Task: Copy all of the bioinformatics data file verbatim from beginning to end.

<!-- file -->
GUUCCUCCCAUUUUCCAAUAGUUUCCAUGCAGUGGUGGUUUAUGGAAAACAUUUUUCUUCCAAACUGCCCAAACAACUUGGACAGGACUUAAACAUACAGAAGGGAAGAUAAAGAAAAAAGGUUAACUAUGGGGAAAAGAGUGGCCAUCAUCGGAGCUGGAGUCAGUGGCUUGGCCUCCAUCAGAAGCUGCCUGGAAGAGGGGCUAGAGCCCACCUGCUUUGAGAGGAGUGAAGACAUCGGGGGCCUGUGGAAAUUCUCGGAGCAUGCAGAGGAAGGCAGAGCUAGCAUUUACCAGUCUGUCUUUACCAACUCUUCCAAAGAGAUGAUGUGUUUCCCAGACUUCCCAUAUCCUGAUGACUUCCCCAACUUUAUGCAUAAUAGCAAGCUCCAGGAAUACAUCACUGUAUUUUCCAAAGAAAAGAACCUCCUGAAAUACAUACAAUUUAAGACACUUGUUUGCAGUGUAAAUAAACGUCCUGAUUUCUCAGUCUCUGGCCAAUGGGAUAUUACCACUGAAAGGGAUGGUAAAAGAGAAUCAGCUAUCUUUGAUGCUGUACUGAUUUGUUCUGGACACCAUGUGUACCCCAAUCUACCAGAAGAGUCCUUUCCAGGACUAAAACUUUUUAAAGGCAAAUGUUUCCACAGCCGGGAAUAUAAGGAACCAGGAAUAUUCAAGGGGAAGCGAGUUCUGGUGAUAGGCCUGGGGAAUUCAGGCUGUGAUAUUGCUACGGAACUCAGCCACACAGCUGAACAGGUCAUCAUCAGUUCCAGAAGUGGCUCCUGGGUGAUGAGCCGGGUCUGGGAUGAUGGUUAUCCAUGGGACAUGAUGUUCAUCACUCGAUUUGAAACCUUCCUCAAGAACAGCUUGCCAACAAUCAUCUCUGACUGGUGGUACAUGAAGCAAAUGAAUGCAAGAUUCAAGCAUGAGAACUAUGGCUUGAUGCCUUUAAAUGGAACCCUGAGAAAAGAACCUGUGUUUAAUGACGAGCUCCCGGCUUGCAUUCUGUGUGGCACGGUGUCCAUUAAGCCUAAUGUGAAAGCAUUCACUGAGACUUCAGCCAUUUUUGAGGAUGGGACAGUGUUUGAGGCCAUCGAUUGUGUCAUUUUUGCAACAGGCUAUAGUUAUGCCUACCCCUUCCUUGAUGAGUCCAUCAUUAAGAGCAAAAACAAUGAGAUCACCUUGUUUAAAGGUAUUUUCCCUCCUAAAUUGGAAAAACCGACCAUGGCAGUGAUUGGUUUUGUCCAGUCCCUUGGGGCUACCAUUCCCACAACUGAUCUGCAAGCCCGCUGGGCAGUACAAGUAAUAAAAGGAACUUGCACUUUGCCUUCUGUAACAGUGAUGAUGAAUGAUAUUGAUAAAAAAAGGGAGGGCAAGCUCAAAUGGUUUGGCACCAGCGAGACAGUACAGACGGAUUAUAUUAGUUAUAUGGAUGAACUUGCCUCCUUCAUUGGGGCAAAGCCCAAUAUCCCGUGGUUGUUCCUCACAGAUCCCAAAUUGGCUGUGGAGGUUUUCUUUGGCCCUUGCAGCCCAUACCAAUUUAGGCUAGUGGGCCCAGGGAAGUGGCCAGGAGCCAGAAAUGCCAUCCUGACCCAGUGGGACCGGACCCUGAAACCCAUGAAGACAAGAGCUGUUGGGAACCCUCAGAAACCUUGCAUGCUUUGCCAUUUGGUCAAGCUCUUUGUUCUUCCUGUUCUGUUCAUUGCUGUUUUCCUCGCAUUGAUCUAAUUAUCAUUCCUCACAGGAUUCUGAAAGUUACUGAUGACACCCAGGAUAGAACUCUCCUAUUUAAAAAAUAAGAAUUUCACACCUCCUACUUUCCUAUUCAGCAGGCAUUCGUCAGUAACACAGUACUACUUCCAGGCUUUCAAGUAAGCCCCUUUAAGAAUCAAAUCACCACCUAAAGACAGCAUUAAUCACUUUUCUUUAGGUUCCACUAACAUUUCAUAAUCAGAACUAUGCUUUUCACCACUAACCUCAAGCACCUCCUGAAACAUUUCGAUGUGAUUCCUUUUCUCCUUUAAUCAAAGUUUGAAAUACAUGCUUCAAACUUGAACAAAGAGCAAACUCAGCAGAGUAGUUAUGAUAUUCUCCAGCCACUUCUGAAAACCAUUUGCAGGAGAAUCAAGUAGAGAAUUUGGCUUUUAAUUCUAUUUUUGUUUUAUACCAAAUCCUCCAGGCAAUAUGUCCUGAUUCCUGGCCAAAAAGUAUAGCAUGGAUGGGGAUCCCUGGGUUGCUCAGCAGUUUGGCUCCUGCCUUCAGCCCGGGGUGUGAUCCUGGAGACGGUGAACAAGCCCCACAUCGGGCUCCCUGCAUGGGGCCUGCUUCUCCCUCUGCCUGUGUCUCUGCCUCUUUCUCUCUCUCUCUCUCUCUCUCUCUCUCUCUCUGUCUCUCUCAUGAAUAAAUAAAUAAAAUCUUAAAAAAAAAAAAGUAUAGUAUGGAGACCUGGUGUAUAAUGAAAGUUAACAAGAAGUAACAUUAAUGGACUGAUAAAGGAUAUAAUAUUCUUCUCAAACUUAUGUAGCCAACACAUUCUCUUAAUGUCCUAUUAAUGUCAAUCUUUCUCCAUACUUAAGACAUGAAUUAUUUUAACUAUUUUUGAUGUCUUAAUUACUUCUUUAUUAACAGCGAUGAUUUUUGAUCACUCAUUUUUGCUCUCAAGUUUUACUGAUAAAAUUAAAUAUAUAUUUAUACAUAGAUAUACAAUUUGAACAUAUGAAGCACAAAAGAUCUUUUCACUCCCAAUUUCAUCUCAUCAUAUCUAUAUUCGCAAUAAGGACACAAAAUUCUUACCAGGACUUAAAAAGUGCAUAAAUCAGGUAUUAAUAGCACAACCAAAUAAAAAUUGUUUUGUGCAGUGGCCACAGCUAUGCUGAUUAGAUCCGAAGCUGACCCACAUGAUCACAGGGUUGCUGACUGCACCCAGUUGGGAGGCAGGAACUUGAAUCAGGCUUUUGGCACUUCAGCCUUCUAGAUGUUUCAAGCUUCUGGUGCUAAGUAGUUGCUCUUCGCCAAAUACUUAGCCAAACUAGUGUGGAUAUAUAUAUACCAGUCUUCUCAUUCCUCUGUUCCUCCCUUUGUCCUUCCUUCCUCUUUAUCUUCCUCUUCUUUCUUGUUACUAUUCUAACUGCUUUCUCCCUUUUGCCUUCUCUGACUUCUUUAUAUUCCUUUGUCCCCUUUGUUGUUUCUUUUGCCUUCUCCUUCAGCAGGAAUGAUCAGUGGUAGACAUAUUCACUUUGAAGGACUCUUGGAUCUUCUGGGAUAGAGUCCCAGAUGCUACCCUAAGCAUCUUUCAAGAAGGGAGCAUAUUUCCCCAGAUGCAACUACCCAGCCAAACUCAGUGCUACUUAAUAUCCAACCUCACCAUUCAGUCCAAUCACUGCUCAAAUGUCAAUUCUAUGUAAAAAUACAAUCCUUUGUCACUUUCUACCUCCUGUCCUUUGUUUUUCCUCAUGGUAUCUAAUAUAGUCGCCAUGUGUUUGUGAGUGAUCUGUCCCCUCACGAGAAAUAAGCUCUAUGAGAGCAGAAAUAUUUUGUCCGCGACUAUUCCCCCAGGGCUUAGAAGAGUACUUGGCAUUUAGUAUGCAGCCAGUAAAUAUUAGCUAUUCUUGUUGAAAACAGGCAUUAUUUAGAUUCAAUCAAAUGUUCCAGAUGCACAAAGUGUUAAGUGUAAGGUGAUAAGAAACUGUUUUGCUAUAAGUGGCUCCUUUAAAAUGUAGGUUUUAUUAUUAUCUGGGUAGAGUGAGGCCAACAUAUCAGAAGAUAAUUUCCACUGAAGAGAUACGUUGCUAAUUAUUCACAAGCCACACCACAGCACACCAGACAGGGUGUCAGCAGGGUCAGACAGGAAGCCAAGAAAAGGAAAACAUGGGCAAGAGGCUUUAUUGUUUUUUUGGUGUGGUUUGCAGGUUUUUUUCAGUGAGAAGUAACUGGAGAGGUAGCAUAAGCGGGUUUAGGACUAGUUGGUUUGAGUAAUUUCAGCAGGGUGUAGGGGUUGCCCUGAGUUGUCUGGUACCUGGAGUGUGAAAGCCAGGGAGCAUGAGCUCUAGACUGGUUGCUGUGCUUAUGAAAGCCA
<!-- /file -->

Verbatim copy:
GUUCCUCCCAUUUUCCAAUAGUUUCCAUGCAGUGGUGGUUUAUGGAAAACAUUUUUCUUCCAAACUGCCCAAACAACUUGGACAGGACUUAAACAUACAGAAGGGAAGAUAAAGAAAAAAGGUUAACUAUGGGGAAAAGAGUGGCCAUCAUCGGAGCUGGAGUCAGUGGCUUGGCCUCCAUCAGAAGCUGCCUGGAAGAGGGGCUAGAGCCCACCUGCUUUGAGAGGAGUGAAGACAUCGGGGGCCUGUGGAAAUUCUCGGAGCAUGCAGAGGAAGGCAGAGCUAGCAUUUACCAGUCUGUCUUUACCAACUCUUCCAAAGAGAUGAUGUGUUUCCCAGACUUCCCAUAUCCUGAUGACUUCCCCAACUUUAUGCAUAAUAGCAAGCUCCAGGAAUACAUCACUGUAUUUUCCAAAGAAAAGAACCUCCUGAAAUACAUACAAUUUAAGACACUUGUUUGCAGUGUAAAUAAACGUCCUGAUUUCUCAGUCUCUGGCCAAUGGGAUAUUACCACUGAAAGGGAUGGUAAAAGAGAAUCAGCUAUCUUUGAUGCUGUACUGAUUUGUUCUGGACACCAUGUGUACCCCAAUCUACCAGAAGAGUCCUUUCCAGGACUAAAACUUUUUAAAGGCAAAUGUUUCCACAGCCGGGAAUAUAAGGAACCAGGAAUAUUCAAGGGGAAGCGAGUUCUGGUGAUAGGCCUGGGGAAUUCAGGCUGUGAUAUUGCUACGGAACUCAGCCACACAGCUGAACAGGUCAUCAUCAGUUCCAGAAGUGGCUCCUGGGUGAUGAGCCGGGUCUGGGAUGAUGGUUAUCCAUGGGACAUGAUGUUCAUCACUCGAUUUGAAACCUUCCUCAAGAACAGCUUGCCAACAAUCAUCUCUGACUGGUGGUACAUGAAGCAAAUGAAUGCAAGAUUCAAGCAUGAGAACUAUGGCUUGAUGCCUUUAAAUGGAACCCUGAGAAAAGAACCUGUGUUUAAUGACGAGCUCCCGGCUUGCAUUCUGUGUGGCACGGUGUCCAUUAAGCCUAAUGUGAAAGCAUUCACUGAGACUUCAGCCAUUUUUGAGGAUGGGACAGUGUUUGAGGCCAUCGAUUGUGUCAUUUUUGCAACAGGCUAUAGUUAUGCCUACCCCUUCCUUGAUGAGUCCAUCAUUAAGAGCAAAAACAAUGAGAUCACCUUGUUUAAAGGUAUUUUCCCUCCUAAAUUGGAAAAACCGACCAUGGCAGUGAUUGGUUUUGUCCAGUCCCUUGGGGCUACCAUUCCCACAACUGAUCUGCAAGCCCGCUGGGCAGUACAAGUAAUAAAAGGAACUUGCACUUUGCCUUCUGUAACAGUGAUGAUGAAUGAUAUUGAUAAAAAAAGGGAGGGCAAGCUCAAAUGGUUUGGCACCAGCGAGACAGUACAGACGGAUUAUAUUAGUUAUAUGGAUGAACUUGCCUCCUUCAUUGGGGCAAAGCCCAAUAUCCCGUGGUUGUUCCUCACAGAUCCCAAAUUGGCUGUGGAGGUUUUCUUUGGCCCUUGCAGCCCAUACCAAUUUAGGCUAGUGGGCCCAGGGAAGUGGCCAGGAGCCAGAAAUGCCAUCCUGACCCAGUGGGACCGGACCCUGAAACCCAUGAAGACAAGAGCUGUUGGGAACCCUCAGAAACCUUGCAUGCUUUGCCAUUUGGUCAAGCUCUUUGUUCUUCCUGUUCUGUUCAUUGCUGUUUUCCUCGCAUUGAUCUAAUUAUCAUUCCUCACAGGAUUCUGAAAGUUACUGAUGACACCCAGGAUAGAACUCUCCUAUUUAAAAAAUAAGAAUUUCACACCUCCUACUUUCCUAUUCAGCAGGCAUUCGUCAGUAACACAGUACUACUUCCAGGCUUUCAAGUAAGCCCCUUUAAGAAUCAAAUCACCACCUAAAGACAGCAUUAAUCACUUUUCUUUAGGUUCCACUAACAUUUCAUAAUCAGAACUAUGCUUUUCACCACUAACCUCAAGCACCUCCUGAAACAUUUCGAUGUGAUUCCUUUUCUCCUUUAAUCAAAGUUUGAAAUACAUGCUUCAAACUUGAACAAAGAGCAAACUCAGCAGAGUAGUUAUGAUAUUCUCCAGCCACUUCUGAAAACCAUUUGCAGGAGAAUCAAGUAGAGAAUUUGGCUUUUAAUUCUAUUUUUGUUUUAUACCAAAUCCUCCAGGCAAUAUGUCCUGAUUCCUGGCCAAAAAGUAUAGCAUGGAUGGGGAUCCCUGGGUUGCUCAGCAGUUUGGCUCCUGCCUUCAGCCCGGGGUGUGAUCCUGGAGACGGUGAACAAGCCCCACAUCGGGCUCCCUGCAUGGGGCCUGCUUCUCCCUCUGCCUGUGUCUCUGCCUCUUUCUCUCUCUCUCUCUCUCUCUCUCUCUCUCUCUGUCUCUCUCAUGAAUAAAUAAAUAAAAUCUUAAAAAAAAAAAAGUAUAGUAUGGAGACCUGGUGUAUAAUGAAAGUUAACAAGAAGUAACAUUAAUGGACUGAUAAAGGAUAUAAUAUUCUUCUCAAACUUAUGUAGCCAACACAUUCUCUUAAUGUCCUAUUAAUGUCAAUCUUUCUCCAUACUUAAGACAUGAAUUAUUUUAACUAUUUUUGAUGUCUUAAUUACUUCUUUAUUAACAGCGAUGAUUUUUGAUCACUCAUUUUUGCUCUCAAGUUUUACUGAUAAAAUUAAAUAUAUAUUUAUACAUAGAUAUACAAUUUGAACAUAUGAAGCACAAAAGAUCUUUUCACUCCCAAUUUCAUCUCAUCAUAUCUAUAUUCGCAAUAAGGACACAAAAUUCUUACCAGGACUUAAAAAGUGCAUAAAUCAGGUAUUAAUAGCACAACCAAAUAAAAAUUGUUUUGUGCAGUGGCCACAGCUAUGCUGAUUAGAUCCGAAGCUGACCCACAUGAUCACAGGGUUGCUGACUGCACCCAGUUGGGAGGCAGGAACUUGAAUCAGGCUUUUGGCACUUCAGCCUUCUAGAUGUUUCAAGCUUCUGGUGCUAAGUAGUUGCUCUUCGCCAAAUACUUAGCCAAACUAGUGUGGAUAUAUAUAUACCAGUCUUCUCAUUCCUCUGUUCCUCCCUUUGUCCUUCCUUCCUCUUUAUCUUCCUCUUCUUUCUUGUUACUAUUCUAACUGCUUUCUCCCUUUUGCCUUCUCUGACUUCUUUAUAUUCCUUUGUCCCCUUUGUUGUUUCUUUUGCCUUCUCCUUCAGCAGGAAUGAUCAGUGGUAGACAUAUUCACUUUGAAGGACUCUUGGAUCUUCUGGGAUAGAGUCCCAGAUGCUACCCUAAGCAUCUUUCAAGAAGGGAGCAUAUUUCCCCAGAUGCAACUACCCAGCCAAACUCAGUGCUACUUAAUAUCCAACCUCACCAUUCAGUCCAAUCACUGCUCAAAUGUCAAUUCUAUGUAAAAAUACAAUCCUUUGUCACUUUCUACCUCCUGUCCUUUGUUUUUCCUCAUGGUAUCUAAUAUAGUCGCCAUGUGUUUGUGAGUGAUCUGUCCCCUCACGAGAAAUAAGCUCUAUGAGAGCAGAAAUAUUUUGUCCGCGACUAUUCCCCCAGGGCUUAGAAGAGUACUUGGCAUUUAGUAUGCAGCCAGUAAAUAUUAGCUAUUCUUGUUGAAAACAGGCAUUAUUUAGAUUCAAUCAAAUGUUCCAGAUGCACAAAGUGUUAAGUGUAAGGUGAUAAGAAACUGUUUUGCUAUAAGUGGCUCCUUUAAAAUGUAGGUUUUAUUAUUAUCUGGGUAGAGUGAGGCCAACAUAUCAGAAGAUAAUUUCCACUGAAGAGAUACGUUGCUAAUUAUUCACAAGCCACACCACAGCACACCAGACAGGGUGUCAGCAGGGUCAGACAGGAAGCCAAGAAAAGGAAAACAUGGGCAAGAGGCUUUAUUGUUUUUUUGGUGUGGUUUGCAGGUUUUUUUCAGUGAGAAGUAACUGGAGAGGUAGCAUAAGCGGGUUUAGGACUAGUUGGUUUGAGUAAUUUCAGCAGGGUGUAGGGGUUGCCCUGAGUUGUCUGGUACCUGGAGUGUGAAAGCCAGGGAGCAUGAGCUCUAGACUGGUUGCUGUGCUUAUGAAAGCCA